1st piano concerto (Chopin)

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Frédéric Chopin completed the 1st Piano Concerto op. 11 in E minor at the age of 20. He dedicated it to Friedrich Kalkbrenner and brought it on October 11, 1830 - on the eve of the November Uprising - the National Theater for the premiere . He told Tytus Woyciechowski of "lively bravo calls".


The young Chopin

Chopin's two piano concertos , the one in F minor op. 21 and his op. 11, were composed around the same time. It is certain that the concerto in F minor was actually his first piano concerto, and therefore No. 1 his second. It is not entirely clear why they were published in reverse order. It is assumed that Chopin, who took his final stay in Paris in 1831 , offered some of his works there, including the two concerts, to a publisher, but the latter, due to the high degree of difficulty of the pieces, was intended for "home use" by amateur musicians were not suitable, only accepted one thing, namely the concerto in E minor.

The question of whether Chopin orchestrated his piano concertos himself has not been answered. The fact that Chopin composed almost exclusively for the piano and has always admitted his passion for this instrument is no reason to doubt it. He mastered orchestration, if not to the perfection of other composers who have also dedicated themselves to orchestral works. However, his orchestration of the concerts shows that he viewed the role of the orchestra more as a decorative accessory. It can introduce, lead over and play the final passages, but where the piano appears, it is withdrawn and reduced to a narrow accompaniment for the solo instrument. In contrast to the concerts of the Viennese Classic and also many romantic concerts, Chopin provided almost no dialogue between the solo instrument and the orchestra, they mostly just alternate.

Sentence names

Allegro maestoso
Romance - Larghetto
Rondo - Vivace

The first sentence

In the formal structure of the first movement, Chopin followed the example of the brilliant virtuoso concerto, as he got to know, for example, from Johann Ladislaus Dussek and Johann Nepomuk Hummel . He was not interested in a dialectical opposition and togetherness of soloist and orchestra as with Beethoven, nor a kind of symphonic concert with an interweaving of piano part and orchestra as in the beginning with Carl Maria von Weber. The soloist and the representation of his expressive possibilities and technical abilities are in the foreground with Chopin.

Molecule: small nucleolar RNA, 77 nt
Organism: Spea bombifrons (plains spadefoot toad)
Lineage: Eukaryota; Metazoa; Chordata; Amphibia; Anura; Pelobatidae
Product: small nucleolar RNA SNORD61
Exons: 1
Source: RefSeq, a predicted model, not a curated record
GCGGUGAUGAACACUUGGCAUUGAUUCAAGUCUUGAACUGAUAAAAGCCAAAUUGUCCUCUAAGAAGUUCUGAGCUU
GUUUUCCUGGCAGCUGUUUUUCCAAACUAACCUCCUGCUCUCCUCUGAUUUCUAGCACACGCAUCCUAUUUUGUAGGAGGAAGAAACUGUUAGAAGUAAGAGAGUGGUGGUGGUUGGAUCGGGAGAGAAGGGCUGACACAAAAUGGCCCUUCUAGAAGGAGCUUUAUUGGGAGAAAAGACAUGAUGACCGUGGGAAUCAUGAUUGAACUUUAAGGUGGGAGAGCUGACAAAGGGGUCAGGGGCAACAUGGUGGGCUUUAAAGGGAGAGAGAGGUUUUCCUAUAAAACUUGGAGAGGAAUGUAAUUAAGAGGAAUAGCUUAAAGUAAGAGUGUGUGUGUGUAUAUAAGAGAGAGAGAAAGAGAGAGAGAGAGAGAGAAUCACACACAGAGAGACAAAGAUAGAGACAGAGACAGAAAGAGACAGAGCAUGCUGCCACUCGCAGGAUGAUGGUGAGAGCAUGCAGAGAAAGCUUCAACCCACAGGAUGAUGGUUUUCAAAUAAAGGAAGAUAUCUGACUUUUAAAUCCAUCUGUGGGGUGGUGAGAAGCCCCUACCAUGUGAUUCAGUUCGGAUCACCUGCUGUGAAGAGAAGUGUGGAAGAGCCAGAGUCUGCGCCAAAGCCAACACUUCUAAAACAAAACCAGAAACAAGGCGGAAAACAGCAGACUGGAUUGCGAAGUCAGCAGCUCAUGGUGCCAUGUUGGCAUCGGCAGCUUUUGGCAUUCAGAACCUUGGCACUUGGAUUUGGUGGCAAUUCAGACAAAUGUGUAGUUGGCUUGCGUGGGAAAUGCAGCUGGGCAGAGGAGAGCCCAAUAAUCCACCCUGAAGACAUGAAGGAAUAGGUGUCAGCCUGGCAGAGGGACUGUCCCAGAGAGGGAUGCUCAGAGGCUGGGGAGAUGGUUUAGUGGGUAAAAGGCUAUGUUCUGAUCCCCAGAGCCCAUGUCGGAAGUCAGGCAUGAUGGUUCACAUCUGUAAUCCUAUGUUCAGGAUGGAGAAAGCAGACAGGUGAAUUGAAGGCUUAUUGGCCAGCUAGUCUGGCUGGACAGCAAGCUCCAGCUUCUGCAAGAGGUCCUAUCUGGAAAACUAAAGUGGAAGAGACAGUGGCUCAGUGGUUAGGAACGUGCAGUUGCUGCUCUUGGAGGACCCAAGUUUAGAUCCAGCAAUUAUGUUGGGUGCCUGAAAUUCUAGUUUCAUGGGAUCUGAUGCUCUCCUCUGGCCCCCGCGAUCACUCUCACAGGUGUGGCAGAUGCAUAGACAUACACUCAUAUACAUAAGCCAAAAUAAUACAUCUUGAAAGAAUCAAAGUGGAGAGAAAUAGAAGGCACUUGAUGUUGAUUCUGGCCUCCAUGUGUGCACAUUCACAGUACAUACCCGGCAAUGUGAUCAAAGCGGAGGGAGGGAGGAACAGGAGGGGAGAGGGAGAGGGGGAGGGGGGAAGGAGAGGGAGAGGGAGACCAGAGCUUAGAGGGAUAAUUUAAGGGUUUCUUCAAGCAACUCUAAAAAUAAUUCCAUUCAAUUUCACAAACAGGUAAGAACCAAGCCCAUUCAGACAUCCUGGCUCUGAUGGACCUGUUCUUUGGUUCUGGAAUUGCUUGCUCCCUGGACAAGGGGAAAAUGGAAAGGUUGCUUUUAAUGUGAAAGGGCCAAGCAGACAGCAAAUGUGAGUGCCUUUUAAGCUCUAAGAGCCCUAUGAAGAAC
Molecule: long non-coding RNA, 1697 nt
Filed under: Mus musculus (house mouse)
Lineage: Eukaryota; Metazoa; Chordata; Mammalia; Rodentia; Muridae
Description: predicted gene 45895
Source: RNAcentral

The first movement of the E minor concerto has three themes exposed by the orchestra . The first theme is taken up briefly by the piano (bar 139), but immediately (bar 155) transferred to the lyrical 2nd theme in E minor, the melody of which is counterpointed in the bass by the head motif of the 1st theme. The third, also lyrical theme (bar 222), which opposes the first two themes in E major, is also taken over by the piano. The implementation starts in clock 385, the piano comes back on the second theme and develops it further. In the following, however, like the second topic, it is completely neglected in terms of implementation. In essence, it is only a shortened motif of the first theme, which is played by the orchestra in a modified form, while in the piano part capricious and technically demanding runs and figures have to be mastered. The recapitulation begins again in bar 486 with the orchestra and its opening theme. The coda , whose bass trills in the left hand give the concert a somber touch, demands the pianist's highest technical ability, which makes the lack of a solo cadenza almost superfluous.

The 2nd movement

E major, B major and G sharp major determine the basic character of this romance. A dramatic middle section in C sharp minor contrasts with the vocal song themes that recur and are varied several times. Chopin demonstrates his glittering but never exuberant art of ornamentation, which gives the rhythmically free, dolcissimo , leggerissimo and legatissimo , but also con forza and veloce performed ornamental melodies a luminous shine. The relationship to the nocturnes composed later is great. There are echoes, for example, in Nocturne op. 32, No. 1 in B major. There the mood is broken by a sudden, recitative coda, here in the romance by the rondo that follows the attacca .

The 3rd movement

The rondo , performed throughout vivace , makes use of stylized folk music. The rondo theme in particular is modeled on Krakowiak melodies. Its syncopated opening rhythm in 2/4 time also runs through the entire thematic material of the movement. This rondo offers the soloist the opportunity to demonstrate his pianistic skills full of enthusiasm in rapid passages and quick-tempered scenes, sometimes in dialogue with the orchestra. The dramatic intensification in the coda forms the great end of the concert.

Chamber music version

The version with string quintet protects the concert from any "plushness" and makes the piano setting light and transparent. Kit Armstrong played it with five members of Ensemble Resonanz at the Mecklenburg-Western Pomerania Festival in 2018 .

Web links

Individual evidence

  1. Christoph Schlüren (musikmph.de)